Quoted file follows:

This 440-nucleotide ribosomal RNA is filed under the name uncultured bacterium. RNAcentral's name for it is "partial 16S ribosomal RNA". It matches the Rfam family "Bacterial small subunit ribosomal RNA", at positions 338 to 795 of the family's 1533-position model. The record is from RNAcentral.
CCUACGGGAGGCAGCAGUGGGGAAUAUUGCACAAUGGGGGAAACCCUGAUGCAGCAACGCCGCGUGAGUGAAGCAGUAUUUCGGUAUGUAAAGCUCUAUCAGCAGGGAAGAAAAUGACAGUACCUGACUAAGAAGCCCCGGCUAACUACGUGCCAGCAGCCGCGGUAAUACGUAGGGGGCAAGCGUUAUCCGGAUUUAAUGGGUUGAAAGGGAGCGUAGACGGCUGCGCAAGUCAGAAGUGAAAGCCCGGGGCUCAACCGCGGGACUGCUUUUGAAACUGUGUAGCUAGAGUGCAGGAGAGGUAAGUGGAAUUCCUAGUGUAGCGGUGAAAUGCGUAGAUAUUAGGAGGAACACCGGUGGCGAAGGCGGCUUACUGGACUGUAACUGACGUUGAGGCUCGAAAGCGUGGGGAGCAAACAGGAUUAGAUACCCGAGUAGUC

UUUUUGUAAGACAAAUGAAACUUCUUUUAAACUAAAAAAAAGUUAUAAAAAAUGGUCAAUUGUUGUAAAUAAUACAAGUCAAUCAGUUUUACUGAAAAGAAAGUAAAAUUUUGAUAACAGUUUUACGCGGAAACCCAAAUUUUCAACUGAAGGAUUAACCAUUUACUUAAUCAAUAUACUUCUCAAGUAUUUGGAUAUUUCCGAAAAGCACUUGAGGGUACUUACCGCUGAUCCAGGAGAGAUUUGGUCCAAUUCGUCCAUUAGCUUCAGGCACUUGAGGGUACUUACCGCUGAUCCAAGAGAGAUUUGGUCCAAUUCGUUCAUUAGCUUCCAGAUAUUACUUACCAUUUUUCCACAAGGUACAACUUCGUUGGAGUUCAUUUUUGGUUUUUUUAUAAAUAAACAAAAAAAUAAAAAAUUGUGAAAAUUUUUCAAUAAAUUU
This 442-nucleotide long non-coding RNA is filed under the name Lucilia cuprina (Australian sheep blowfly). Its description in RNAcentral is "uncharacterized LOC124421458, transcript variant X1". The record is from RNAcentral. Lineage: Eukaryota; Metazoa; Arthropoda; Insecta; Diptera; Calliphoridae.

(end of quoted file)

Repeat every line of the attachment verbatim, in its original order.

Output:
This 440-nucleotide ribosomal RNA is filed under the name uncultured bacterium. RNAcentral's name for it is "partial 16S ribosomal RNA". It matches the Rfam family "Bacterial small subunit ribosomal RNA", at positions 338 to 795 of the family's 1533-position model. The record is from RNAcentral.
CCUACGGGAGGCAGCAGUGGGGAAUAUUGCACAAUGGGGGAAACCCUGAUGCAGCAACGCCGCGUGAGUGAAGCAGUAUUUCGGUAUGUAAAGCUCUAUCAGCAGGGAAGAAAAUGACAGUACCUGACUAAGAAGCCCCGGCUAACUACGUGCCAGCAGCCGCGGUAAUACGUAGGGGGCAAGCGUUAUCCGGAUUUAAUGGGUUGAAAGGGAGCGUAGACGGCUGCGCAAGUCAGAAGUGAAAGCCCGGGGCUCAACCGCGGGACUGCUUUUGAAACUGUGUAGCUAGAGUGCAGGAGAGGUAAGUGGAAUUCCUAGUGUAGCGGUGAAAUGCGUAGAUAUUAGGAGGAACACCGGUGGCGAAGGCGGCUUACUGGACUGUAACUGACGUUGAGGCUCGAAAGCGUGGGGAGCAAACAGGAUUAGAUACCCGAGUAGUC

UUUUUGUAAGACAAAUGAAACUUCUUUUAAACUAAAAAAAAGUUAUAAAAAAUGGUCAAUUGUUGUAAAUAAUACAAGUCAAUCAGUUUUACUGAAAAGAAAGUAAAAUUUUGAUAACAGUUUUACGCGGAAACCCAAAUUUUCAACUGAAGGAUUAACCAUUUACUUAAUCAAUAUACUUCUCAAGUAUUUGGAUAUUUCCGAAAAGCACUUGAGGGUACUUACCGCUGAUCCAGGAGAGAUUUGGUCCAAUUCGUCCAUUAGCUUCAGGCACUUGAGGGUACUUACCGCUGAUCCAAGAGAGAUUUGGUCCAAUUCGUUCAUUAGCUUCCAGAUAUUACUUACCAUUUUUCCACAAGGUACAACUUCGUUGGAGUUCAUUUUUGGUUUUUUUAUAAAUAAACAAAAAAAUAAAAAAUUGUGAAAAUUUUUCAAUAAAUUU
This 442-nucleotide long non-coding RNA is filed under the name Lucilia cuprina (Australian sheep blowfly). Its description in RNAcentral is "uncharacterized LOC124421458, transcript variant X1". The record is from RNAcentral. Lineage: Eukaryota; Metazoa; Arthropoda; Insecta; Diptera; Calliphoridae.